What’s Behind The Increase In College Student Marijuana Use?

A recent study found there is a sharp rise in marijuana use with American teens and young adults. In fact,  the concern is the rate of marijuana use in these circles is the highest it’s been in 35 years. The marijuana statistics include where it is smoked in joints, used in vape pens, or eaten in food as edibles.

According to the Associated Press, “about 43% of full-time college students” admitted to using a form of marijuana. This revealed a 38% increase from the previous month’s results. Additional survey numbers included the statistics mentioning, “25% of college students said they did so in the previous month.” The results revealed a 21% increase when compared to the previous month.

High Frequencies In Use Noted In Study

There were more findings in the study, revealing marijuana use among college students as a normal practice. Additional facts include 6% of college students confessing to using marijuana “20 or more times” in the past month. This number remained at 11% for same-aged adults outside of, or not enrolled in, college. These numbers have concerned many who work in academia and research. Michigan researchers are concerned, as a dependence on marijuana can impact academic performance of college students.

College Marijuana Use Tied To Future Marijuana Use

Another common problem is the introduction of drug use before graduation. Like other cases of substance abuse exposure, the earlier someone begins abusing a substance, the more likely he or she may be to develop substance use disorders, or irresponsibility in smoking marijuana. A study in the US National Library of Medicine revealed findings in a study evaluating college students drug use. In short, marijuana was the substance with the highest rate of continued use. Therefore, the results drew a connection between marijuana use and continuing a pattern when exposed during college.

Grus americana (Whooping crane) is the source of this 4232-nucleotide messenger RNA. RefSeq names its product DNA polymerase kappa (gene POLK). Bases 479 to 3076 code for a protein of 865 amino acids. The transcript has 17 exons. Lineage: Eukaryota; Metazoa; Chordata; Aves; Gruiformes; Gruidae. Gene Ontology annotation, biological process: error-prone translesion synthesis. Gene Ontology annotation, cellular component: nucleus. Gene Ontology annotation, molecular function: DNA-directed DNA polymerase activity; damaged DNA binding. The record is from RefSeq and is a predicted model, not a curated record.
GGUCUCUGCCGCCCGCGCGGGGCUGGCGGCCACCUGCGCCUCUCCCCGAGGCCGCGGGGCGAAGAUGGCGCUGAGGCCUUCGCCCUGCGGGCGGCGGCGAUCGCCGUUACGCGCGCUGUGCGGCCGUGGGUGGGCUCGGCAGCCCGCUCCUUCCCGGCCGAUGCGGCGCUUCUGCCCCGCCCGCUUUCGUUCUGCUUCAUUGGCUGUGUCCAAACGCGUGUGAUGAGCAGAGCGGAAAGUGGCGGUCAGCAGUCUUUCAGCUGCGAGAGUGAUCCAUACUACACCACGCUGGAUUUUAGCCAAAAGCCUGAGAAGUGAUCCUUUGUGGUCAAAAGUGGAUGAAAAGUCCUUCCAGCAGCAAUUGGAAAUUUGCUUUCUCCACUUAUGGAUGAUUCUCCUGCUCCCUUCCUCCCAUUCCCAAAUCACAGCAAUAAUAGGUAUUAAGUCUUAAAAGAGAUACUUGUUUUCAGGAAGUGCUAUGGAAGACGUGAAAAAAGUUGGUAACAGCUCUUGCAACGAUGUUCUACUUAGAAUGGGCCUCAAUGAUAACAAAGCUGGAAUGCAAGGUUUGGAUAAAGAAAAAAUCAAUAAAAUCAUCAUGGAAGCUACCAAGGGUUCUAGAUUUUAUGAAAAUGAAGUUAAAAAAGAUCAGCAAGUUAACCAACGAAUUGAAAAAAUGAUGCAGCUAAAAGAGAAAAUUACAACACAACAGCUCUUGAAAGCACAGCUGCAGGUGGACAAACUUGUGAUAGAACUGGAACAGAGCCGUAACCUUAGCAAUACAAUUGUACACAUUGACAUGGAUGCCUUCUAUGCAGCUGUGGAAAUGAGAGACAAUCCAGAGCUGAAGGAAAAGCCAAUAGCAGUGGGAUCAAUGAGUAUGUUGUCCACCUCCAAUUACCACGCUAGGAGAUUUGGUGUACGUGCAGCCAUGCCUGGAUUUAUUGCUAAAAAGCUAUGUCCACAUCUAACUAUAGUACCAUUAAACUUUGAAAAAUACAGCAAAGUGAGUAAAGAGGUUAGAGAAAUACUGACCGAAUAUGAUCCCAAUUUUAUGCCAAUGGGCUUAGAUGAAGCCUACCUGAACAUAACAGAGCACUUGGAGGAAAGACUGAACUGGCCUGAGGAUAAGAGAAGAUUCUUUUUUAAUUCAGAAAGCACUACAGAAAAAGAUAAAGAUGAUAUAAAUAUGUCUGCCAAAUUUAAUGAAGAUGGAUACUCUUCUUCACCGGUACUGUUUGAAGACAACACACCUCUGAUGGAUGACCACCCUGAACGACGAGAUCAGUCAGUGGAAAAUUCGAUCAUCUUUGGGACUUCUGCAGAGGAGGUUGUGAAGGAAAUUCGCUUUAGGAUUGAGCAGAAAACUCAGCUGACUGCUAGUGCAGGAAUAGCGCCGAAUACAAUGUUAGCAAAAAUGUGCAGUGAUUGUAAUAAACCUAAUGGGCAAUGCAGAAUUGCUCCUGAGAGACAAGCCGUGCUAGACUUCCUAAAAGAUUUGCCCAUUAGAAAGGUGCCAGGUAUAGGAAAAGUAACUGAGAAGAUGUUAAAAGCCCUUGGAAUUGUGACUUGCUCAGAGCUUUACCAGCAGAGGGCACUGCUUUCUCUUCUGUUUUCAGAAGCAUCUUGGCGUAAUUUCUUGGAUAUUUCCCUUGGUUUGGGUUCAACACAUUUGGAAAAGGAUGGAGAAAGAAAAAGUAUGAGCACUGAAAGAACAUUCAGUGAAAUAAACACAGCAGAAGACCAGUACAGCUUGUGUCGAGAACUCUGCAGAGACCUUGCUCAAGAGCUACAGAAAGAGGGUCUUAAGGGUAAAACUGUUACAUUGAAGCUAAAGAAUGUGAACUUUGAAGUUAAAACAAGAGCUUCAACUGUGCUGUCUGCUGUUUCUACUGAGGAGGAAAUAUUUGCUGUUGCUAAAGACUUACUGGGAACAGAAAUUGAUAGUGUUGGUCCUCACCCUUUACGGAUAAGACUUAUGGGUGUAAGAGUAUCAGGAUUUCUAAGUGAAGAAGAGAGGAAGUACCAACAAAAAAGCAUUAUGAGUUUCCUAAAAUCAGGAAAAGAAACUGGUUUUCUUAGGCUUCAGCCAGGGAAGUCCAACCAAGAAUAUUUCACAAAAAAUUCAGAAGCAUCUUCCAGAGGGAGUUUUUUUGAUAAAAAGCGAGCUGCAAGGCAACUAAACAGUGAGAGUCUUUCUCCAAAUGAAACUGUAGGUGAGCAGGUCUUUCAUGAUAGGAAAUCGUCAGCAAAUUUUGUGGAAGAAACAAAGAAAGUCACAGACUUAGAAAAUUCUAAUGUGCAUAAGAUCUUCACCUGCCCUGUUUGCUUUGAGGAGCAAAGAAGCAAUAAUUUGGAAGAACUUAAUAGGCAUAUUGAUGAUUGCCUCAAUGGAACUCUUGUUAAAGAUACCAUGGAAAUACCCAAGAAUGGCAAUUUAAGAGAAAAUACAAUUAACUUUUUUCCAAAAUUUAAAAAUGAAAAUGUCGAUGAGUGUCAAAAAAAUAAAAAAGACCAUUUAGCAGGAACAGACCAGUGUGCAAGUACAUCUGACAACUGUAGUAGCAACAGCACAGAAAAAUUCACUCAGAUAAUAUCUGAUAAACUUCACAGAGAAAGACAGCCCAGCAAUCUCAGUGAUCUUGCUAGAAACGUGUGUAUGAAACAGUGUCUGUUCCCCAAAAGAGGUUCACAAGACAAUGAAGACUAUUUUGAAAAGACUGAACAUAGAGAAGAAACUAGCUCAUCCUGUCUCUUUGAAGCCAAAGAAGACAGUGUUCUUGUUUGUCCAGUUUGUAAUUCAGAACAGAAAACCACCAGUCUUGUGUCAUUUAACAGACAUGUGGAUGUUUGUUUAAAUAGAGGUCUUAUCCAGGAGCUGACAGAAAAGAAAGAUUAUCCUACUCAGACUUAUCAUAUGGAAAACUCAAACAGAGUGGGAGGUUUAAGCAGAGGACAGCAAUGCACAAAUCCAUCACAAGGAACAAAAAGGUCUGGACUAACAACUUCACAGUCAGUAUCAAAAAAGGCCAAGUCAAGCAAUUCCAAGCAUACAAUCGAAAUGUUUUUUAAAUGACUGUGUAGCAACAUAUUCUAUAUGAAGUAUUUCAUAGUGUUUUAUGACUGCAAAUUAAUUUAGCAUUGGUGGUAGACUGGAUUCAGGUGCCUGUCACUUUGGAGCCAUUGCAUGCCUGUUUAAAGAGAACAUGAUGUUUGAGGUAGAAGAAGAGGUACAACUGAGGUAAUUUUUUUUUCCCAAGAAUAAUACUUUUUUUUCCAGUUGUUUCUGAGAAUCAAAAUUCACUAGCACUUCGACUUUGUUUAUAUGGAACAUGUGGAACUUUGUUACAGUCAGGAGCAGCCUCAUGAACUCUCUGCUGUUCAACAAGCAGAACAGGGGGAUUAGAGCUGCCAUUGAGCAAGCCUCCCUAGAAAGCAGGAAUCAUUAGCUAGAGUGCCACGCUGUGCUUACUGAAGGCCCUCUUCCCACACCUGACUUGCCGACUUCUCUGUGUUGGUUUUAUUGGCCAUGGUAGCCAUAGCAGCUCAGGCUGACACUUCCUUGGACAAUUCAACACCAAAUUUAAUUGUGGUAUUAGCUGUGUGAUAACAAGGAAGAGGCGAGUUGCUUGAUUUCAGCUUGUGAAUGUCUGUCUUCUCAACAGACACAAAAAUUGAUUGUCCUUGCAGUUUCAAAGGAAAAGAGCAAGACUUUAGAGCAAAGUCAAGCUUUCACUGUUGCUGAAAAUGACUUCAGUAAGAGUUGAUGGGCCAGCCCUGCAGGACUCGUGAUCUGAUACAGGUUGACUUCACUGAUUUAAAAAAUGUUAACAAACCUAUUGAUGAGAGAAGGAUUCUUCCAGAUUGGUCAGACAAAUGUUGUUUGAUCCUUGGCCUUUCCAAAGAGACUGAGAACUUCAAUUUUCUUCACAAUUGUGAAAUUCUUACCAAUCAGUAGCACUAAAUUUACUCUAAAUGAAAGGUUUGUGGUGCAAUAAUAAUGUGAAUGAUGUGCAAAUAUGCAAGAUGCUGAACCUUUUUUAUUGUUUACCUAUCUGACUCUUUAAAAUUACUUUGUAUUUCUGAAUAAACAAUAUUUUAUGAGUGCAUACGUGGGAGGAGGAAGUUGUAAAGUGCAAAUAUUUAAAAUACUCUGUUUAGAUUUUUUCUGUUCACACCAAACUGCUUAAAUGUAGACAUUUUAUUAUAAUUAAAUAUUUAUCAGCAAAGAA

Creating Connections Between College Students, Anxiety And Marijuana Use

Another recent study published by The Conversation noted “1 in 5 college students have anxiety or depression.” Theories suggest dangers in technology, as social media use can encourage social isolation. Coupled with the stress of exams and anxiety of fitting in, students can experience depression.

The need to go to a good college in order to appease family or have a top-notch school on your record can create anxiety in students’ minds. In addition, major exams like the MCAT and others can push students to take performance-enhancing medications or seek marijuana to achieve calm. Additionally, being away from home, academic pressure and high financial college costs can all encourage coping mechanisms for relief. Perhaps these have all aided in the rise of abuse of marijuana.

Legal Status Of Marijuana Not To Blame For Increase

A Forbes article discussed the recent surge in marijuana use and the legal status of the herb. The article completed by Addiction Journal mentioned medical and recreational marijuana use did not affect the rate at which the drug was used. With more states legalizing the substance, individuals may have once felt this would lead to an increase of marijuana use, as acceptance may breed relaxed attitudes. However, this has not affected the amount of marijuana consumed by college students or non-college students.

Final Findings

The Associated Press article summarized comparing college students of the 1980s with those of today. There was no particular analysis on the attitudes or practices on college student marijuana use compared to today. In the past decade, college student marijuana use has been slowly increasing, even showing spikes in vaping. An 11% amount of college students admitted to vaping this month, which is concerning with stories of hospitalized individuals affected by vaping. There are hopes college students reduce marijuana intake and remember to find a balanced healthy way of coping with college stress.

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Krystina Murray

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  • Krystina Murray has received a B.A. in English at Georgia State University, has over 5 years of professional writing and editing experience, and over 15 years of overall writing experience. She enjoys traveling, fitness, crafting, and spreading awareness of addiction recovery to help people transform their lives.

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